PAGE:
August 2016 "Off Camera:"
GOLD & SILVER CIRCLE 2016: Fred LaCosse To Be Inducted Into Gold Circle
Annual Faith Fancher Breast Cancer Challenge Aug. 27
Remembering Nate Thurmond
Cinema Club: Oakland Film Festival
Gold & Silver Circle Profiles: Fred LaCosse
EMMY® 2016: Order Official Gala Photographs
On The Move
Our People: KCBS' Jeffrey Schaub
S.F./NorCal Board Holds Annual Summer Retreat
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   Kevin Wing



Gold Circle Destiny
For Fred LaCosse
Bay Area TV Legend To Be Inducted; Oct. 29 Luncheon In San Francisco

By Kevin Wing
Editor, Off Camera

      Fred LaCosse, who has worn almost every television hat in the Bay Area from news anchor, news director, news reporter, talk show host and businessman throughout a colorful and illustrious career that spans six decades, will be inducted this October into the Gold Circle of the San Francisco/Northern California Chapter of The National Academy of Television Arts and Sciences. 
Fred LaCosse's early years: as news anchor and news director at KNTV
       LaCosse will receive the high honor at the 2016 Gold & Silver Circle Induction Luncheon, to be held Saturday, Oct. 29 at the JW Marriott Hotel in San Francisco.
     "I have worked with so many talented people throughout the years, not just here in the Bay Area, but from every place I've ever worked, and I've learned from them all, and this honor most certainly represents them," says LaCosse, in an interview with Off Camera. "I feel so grateful to be inducted into the Gold Circle. It's a true honor for me. I'm humbled, and I'm grateful. I'm a very lucky guy."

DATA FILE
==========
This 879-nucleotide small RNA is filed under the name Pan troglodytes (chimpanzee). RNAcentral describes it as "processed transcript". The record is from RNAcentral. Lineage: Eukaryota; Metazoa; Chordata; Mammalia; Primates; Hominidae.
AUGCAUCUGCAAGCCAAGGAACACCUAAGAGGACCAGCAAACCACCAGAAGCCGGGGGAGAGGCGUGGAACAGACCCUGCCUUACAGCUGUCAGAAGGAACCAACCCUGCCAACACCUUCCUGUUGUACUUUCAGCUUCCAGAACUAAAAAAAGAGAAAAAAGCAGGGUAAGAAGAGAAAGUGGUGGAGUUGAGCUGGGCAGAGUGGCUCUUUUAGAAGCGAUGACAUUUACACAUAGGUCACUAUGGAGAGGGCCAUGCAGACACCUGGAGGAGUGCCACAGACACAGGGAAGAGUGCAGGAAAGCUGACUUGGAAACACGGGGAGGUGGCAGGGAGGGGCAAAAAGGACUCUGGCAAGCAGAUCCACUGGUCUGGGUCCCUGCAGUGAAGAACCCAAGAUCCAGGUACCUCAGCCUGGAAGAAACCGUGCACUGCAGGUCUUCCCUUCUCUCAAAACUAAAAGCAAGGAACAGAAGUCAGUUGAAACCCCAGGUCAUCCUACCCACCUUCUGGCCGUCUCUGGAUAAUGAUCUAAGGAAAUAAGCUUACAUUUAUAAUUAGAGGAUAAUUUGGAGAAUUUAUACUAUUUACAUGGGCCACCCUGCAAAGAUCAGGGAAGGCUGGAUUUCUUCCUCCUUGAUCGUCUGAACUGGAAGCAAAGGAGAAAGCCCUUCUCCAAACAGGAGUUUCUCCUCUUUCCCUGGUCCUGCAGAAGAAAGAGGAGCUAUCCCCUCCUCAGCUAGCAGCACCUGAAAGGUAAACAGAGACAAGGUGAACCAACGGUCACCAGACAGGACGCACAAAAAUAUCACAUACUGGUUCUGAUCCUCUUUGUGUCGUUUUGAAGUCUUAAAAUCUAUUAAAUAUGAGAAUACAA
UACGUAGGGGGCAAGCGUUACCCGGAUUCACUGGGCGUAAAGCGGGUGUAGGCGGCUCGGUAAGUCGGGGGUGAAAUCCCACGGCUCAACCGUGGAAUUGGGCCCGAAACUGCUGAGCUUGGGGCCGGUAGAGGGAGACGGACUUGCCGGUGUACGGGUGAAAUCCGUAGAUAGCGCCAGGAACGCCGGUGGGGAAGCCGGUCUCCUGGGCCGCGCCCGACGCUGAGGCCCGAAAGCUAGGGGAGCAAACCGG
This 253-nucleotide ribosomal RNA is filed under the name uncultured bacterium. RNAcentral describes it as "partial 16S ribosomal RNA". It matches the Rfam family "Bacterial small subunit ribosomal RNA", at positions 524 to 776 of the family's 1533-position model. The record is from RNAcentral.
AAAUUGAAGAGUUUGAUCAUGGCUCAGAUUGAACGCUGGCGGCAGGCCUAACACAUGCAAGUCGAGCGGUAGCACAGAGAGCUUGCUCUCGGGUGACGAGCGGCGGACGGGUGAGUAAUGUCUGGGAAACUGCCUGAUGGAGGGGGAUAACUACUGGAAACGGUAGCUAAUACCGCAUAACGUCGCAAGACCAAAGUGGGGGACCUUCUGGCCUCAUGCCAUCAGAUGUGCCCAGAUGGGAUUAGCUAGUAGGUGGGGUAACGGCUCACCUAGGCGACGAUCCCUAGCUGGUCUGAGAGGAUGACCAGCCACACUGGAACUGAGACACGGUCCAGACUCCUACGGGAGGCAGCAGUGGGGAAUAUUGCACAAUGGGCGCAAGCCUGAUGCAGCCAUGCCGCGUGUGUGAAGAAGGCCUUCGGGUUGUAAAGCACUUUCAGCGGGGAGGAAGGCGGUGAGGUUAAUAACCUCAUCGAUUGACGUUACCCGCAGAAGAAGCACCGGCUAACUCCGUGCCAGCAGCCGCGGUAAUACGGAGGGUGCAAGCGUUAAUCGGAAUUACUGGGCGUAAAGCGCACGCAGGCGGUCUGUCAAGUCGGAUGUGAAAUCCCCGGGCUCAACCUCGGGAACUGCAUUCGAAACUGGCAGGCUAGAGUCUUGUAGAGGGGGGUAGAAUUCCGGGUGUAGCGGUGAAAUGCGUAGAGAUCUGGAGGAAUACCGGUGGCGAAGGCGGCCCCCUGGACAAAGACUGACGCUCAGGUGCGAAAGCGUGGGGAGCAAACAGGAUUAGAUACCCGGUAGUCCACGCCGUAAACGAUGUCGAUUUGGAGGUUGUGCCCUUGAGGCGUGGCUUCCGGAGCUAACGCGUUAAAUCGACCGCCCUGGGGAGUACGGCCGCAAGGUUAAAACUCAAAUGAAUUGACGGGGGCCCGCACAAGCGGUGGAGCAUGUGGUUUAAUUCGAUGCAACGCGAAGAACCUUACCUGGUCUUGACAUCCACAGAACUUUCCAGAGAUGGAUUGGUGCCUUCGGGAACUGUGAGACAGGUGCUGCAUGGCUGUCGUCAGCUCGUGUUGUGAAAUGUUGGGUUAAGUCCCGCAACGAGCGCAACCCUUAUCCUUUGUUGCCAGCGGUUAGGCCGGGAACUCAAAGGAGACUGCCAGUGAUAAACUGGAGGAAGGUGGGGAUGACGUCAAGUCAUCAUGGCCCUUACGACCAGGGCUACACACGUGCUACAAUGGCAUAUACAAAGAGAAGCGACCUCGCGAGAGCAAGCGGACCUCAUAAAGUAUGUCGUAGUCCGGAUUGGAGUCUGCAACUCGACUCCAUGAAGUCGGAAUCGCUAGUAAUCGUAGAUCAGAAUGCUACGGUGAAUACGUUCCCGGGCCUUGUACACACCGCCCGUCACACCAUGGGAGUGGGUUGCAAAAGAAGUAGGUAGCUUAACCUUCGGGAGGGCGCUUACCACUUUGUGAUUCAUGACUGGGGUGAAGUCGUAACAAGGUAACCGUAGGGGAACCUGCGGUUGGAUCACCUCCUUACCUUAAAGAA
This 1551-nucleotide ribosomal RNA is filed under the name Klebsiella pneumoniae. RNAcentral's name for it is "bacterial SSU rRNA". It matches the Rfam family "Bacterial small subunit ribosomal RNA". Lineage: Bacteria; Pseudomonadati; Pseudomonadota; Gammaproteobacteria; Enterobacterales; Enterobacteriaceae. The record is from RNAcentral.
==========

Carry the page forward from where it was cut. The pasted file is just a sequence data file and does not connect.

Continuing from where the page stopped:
LaCosse is well-known to San Francisco Bay Area television viewers as a veteran news  anchor, reporter and talk show host. Since the beginning of his broadcasting career in 1956,  he has worked at six television stations: WTTW, Chicago; WLWC, Columbus, Ohio; KNTV,  San Jose ; KRON and KGO-TV, San Francisco; and KICU, San Jose and held positions in  almost every phase of the industry.
        He co-hosted the daily morning talk show A.M. San Francisco on KGO-TV (ABC) from 1982  to 1987 with his wife, Terry Lowry. LaCosse also hosted the weekly syndicated program,  Silicon Valley Business This Week from 1995 to 2001.
        In 1978, LaCosse received an Emmy® award from the San Francisco/Northern California Chapter of the National Academy of Television Arts and Sciences for his news feature reporting and was honored by United Press International for the best news feature report in California.
     In 1988, LaCosse was inducted into the Silver Circle. He has also received numerous awards for his community involvement.